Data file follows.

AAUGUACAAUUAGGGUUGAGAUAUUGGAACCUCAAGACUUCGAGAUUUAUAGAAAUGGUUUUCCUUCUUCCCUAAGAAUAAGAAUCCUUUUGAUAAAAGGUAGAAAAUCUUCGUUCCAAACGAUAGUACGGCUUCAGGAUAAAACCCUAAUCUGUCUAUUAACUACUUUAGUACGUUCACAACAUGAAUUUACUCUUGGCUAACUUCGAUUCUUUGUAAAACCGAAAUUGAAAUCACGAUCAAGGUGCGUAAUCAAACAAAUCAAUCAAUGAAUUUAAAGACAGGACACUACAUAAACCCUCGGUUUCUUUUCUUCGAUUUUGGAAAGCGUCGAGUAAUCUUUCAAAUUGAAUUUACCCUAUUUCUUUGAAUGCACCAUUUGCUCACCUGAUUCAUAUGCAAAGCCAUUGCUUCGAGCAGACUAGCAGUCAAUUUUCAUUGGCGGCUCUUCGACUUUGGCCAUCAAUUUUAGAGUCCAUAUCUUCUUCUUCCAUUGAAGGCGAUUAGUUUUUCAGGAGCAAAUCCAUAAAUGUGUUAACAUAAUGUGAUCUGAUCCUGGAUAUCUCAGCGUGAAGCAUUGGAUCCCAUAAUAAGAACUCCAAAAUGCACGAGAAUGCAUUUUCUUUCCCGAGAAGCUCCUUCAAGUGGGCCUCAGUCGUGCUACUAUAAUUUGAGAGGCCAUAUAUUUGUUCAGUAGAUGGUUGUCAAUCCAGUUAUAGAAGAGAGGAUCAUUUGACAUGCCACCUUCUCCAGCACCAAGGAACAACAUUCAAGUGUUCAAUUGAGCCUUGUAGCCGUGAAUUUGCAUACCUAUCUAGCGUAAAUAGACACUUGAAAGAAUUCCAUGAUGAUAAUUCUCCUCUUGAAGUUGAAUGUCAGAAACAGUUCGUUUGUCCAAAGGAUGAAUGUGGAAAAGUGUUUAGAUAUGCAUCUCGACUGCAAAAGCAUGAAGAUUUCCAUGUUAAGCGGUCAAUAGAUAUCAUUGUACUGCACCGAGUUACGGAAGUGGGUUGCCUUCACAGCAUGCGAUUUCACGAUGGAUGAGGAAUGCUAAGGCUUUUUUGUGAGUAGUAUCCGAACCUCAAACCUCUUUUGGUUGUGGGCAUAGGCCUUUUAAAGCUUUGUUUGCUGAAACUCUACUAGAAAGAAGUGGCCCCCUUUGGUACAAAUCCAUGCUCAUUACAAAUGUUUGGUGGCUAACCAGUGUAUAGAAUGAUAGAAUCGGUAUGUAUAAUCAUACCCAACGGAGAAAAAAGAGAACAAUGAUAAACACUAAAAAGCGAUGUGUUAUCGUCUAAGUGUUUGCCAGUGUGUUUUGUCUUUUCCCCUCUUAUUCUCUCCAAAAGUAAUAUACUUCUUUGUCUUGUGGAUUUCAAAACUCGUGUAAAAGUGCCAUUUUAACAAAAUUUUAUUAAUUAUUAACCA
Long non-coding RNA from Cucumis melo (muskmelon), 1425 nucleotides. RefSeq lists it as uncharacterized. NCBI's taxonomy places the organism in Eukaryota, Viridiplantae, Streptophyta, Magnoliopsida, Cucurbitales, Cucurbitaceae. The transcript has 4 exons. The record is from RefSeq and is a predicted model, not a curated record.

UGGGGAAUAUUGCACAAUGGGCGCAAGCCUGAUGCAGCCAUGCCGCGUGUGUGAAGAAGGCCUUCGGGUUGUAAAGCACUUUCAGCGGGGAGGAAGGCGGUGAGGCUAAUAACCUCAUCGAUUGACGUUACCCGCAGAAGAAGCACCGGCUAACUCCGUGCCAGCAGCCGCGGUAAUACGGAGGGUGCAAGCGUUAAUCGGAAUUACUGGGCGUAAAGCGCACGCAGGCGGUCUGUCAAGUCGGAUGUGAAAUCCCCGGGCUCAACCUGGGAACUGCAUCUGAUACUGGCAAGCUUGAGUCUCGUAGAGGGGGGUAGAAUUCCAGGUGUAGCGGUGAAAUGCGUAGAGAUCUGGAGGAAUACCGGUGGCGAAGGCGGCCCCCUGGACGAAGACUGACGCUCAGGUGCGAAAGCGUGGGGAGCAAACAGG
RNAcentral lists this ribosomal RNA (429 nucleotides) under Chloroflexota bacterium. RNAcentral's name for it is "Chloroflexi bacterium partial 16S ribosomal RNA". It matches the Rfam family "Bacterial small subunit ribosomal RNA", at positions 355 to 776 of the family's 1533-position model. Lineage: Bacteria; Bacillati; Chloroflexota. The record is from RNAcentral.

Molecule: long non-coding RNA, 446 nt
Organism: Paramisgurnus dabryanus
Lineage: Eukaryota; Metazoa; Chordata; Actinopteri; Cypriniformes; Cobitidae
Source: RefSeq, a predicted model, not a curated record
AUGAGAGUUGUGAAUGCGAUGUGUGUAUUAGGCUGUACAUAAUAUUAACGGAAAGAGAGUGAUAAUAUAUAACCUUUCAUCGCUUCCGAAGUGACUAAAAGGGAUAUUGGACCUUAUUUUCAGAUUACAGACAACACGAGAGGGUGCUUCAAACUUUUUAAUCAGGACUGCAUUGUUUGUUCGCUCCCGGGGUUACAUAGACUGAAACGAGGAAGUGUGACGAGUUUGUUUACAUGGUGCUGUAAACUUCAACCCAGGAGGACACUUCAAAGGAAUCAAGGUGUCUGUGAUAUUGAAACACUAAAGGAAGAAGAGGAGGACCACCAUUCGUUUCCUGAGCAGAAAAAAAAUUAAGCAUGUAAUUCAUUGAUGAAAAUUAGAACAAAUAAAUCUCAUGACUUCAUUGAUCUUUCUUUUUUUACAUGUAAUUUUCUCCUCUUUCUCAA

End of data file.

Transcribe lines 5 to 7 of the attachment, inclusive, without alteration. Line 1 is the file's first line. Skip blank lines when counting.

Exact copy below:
Molecule: long non-coding RNA, 446 nt
Organism: Paramisgurnus dabryanus
Lineage: Eukaryota; Metazoa; Chordata; Actinopteri; Cypriniformes; Cobitidae